A second challenge to discussing host range is the use of the term “broad host range.” This term is used to describe a bacteriophage that can infect multiple species of bacteria (Greene and Goldberg, 1985; Uchiyama et al., 2008; Khan and Nilsson, 2015; Yu et al., 2016). But it is also used to describe a bacteriophage that can infect multiple strains of the same species of bacteria (Vinod et al., 2006; Gupta and Prasad, 2010; Anand et al., 2015; Xu et al., 2016). As well, the term polyvalent (or polyvalence) is sometime used equivalently to broad host range although polyvalent was previously more specifically reserved for “phages active on different bacterial genera” (Ackermann and DuBow, 1987). Whichever term is used, there is no standard as to how many or what percentage of strains/species tested must be infected for a phage to have a broad host range. For example, bacteriophage Mu is able to infect species of Escherichia coli, Citrobacter freundii, Shigella sonnei, Enterobacter, and Erwinia (Paolozzi and Ghelardini, 2006); staphylococcal phage ϕ812 infects 95% of 782 strains of Staphylococcus aureus and 43% of other Staphylococcus species tested (Pantucek et al., 1998); and bacteriophage P-27/HP infects 60% of 28 S. aureus isolates (Gupta and Prasad, 2010). All are described as having broad host range or being polyvalent. In addition to variation in numbers of bacteria species/strains tested, with a very few exceptions there are no standard collections of bacterial species. Instead, most researchers develop their own collections of bacteria usually including both previously described and newly isolated strains or species.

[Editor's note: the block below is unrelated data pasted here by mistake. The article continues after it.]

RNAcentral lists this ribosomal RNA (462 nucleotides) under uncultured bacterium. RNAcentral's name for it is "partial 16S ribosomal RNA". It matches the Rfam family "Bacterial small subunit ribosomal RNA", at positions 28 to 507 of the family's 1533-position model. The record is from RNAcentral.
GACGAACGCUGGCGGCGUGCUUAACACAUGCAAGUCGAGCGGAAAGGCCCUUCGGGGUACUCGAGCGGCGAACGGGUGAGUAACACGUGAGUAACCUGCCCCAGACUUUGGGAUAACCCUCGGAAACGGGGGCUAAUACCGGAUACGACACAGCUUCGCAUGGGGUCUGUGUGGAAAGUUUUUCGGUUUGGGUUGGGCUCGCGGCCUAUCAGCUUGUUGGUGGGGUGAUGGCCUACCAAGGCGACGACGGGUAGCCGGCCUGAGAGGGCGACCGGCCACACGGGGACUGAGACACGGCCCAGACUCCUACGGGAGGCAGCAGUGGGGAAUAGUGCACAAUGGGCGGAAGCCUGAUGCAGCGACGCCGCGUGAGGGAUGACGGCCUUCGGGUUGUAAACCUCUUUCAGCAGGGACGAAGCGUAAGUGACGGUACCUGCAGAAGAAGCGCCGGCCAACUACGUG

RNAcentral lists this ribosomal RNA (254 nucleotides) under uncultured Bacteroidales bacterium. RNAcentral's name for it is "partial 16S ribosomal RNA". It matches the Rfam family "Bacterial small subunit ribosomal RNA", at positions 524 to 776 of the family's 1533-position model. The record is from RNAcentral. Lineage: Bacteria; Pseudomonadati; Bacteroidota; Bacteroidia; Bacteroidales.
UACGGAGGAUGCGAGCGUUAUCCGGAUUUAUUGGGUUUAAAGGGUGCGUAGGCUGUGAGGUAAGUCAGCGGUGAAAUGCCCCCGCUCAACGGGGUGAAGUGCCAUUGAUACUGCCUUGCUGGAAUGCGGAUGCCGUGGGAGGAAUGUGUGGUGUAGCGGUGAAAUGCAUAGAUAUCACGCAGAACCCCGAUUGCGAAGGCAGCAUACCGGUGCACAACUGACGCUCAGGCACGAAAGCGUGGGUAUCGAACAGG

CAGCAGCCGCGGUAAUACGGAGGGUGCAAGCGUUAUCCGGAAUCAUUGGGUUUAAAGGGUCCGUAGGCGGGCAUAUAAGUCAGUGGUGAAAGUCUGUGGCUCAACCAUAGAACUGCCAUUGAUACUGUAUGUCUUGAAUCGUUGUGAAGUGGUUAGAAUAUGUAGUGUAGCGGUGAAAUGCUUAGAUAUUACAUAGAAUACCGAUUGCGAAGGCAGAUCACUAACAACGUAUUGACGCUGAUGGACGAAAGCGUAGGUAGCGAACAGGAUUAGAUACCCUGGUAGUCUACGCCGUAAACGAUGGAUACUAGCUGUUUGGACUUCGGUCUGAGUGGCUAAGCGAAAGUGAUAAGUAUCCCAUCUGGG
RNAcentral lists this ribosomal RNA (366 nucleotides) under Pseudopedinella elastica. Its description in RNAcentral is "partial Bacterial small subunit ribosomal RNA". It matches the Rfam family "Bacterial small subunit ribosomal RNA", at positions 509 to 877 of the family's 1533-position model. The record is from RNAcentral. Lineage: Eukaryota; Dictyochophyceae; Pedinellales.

Bacteriophage Isolation Protocols
Isolating phage can be a fairly simple process and for the most part researchers accomplish it in a very similar manner to that used by the earliest phage biologists (d’Hérelle and Smith, 1926; De Groat, 1927). The basic method is to obtain an environmental sample that is likely to contain or have been in contact with the targeted host bacteria. This can be raw fecal matter (Markel and Eklund, 1974; Jensen et al., 2015; Xu et al., 2016), sewage samples (Lin et al., 2010; Khan and Nilsson, 2015; Yu et al., 2016), water samples (Uchiyama et al., 2008; Lin et al., 2011), soil samples (Campos et al., 1978; Greene and Goldberg, 1985; Anand et al., 2015), samples taken from infected or healthy humans (Ackermann et al., 1975; Ronda et al., 1981), etc. Broth media or buffer is added to the samples and they are then filtered to remove the bacteria and other solid material. This filtrate is then added to a fresh culture of host bacteria and incubated overnight. In some cases, the sample is added directly to a growing bacterial culture without filtering. The next day, the culture is centrifuged to remove cell and other debris, and the supernatant is filtered to remove any remaining bacteria. This filtrate is then tested for the presence of phage by either spot or plaque testing. This procedure is so common as to be the basis for the standard method of screening for coliphage in water samples (International Organization for Standardization, 2000).